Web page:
|Read our E-Magazine|
|Receive our E-Newsletters|
|Become our Fan|
|Step 3: How do you know if you have diabetes?|
Like many others with type 2 diabetes, you may have NO symptoms. Or, you may have very mild symptoms that develop so gradually that you don't even notice them. Because of this, screening blood tests to detect diabetes and pre-diabetes are recommended at least every 3 years for people who are 45 or more years old, and for people who are under 45 and are overweight or who have another risk factor for diabetes.
Sometimes the following symptoms will occur:
How is diabetes diagnosed?
Diabetes is diagnosed if the levels of glucose in your blood are too high. Your doctor can test your blood and tell if you have diabetes. There are several tests, including:
You may have already been told that you have type 2 diabetes or you may suspect that you do. Tell your doctor about your symptoms and get tested. You can then start on the road to better health!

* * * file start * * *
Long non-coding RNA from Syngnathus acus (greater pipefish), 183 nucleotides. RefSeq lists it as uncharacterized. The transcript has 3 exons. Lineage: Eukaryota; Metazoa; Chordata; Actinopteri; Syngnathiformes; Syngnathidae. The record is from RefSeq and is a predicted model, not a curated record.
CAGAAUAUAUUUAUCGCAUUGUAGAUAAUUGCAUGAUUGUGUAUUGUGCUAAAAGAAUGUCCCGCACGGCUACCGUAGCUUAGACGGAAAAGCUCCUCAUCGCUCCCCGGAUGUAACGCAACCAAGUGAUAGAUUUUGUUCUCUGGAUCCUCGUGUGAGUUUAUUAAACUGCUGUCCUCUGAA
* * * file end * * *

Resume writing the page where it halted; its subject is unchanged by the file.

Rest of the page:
Do you have pre-diabetes?
Before people develop diabetes, they almost always have pre-diabetes. Today, more than 57 million adults in the U.S. have pre-diabetes -- and already have blood glucose levels high enough to begin causing long-term damage to the body, especially to the heart and to the blood vessels. If the result of your fasting plasma glucose test is 100 - 125 mg/dl, or if the result of your oral glucose tolerance test is 140 - 199 mg/dl, you have pre-diabetes.
Most people with pre-diabetes will develop diabetes, and are already at higher risk for heart disease, unless they make lifestyle changes like losing weight. A loss of just 5 - 10% of total body weight can make a big difference.
If you have pre-diabetes, therefore, follow the same lifestyle recommendations as someone with diabetes. Such changes may keep you from developing diabetes and protect your heart. You also need to get your fasting blood sugar tested every 1 - 2 years to see if diabetes has developed.
Reviewed By: Ari S. Eckman, MD, Division of Endocrinology and Metabolism, Johns Hopkins School of Medicine, Baltimore, MD. Review provided by VeriMed Healthcare Network. Previoulsy reviewed by A.D.A.M. Editorial Team: David Zieve, MD, MHA, and David R. Eltz (7/8/2009).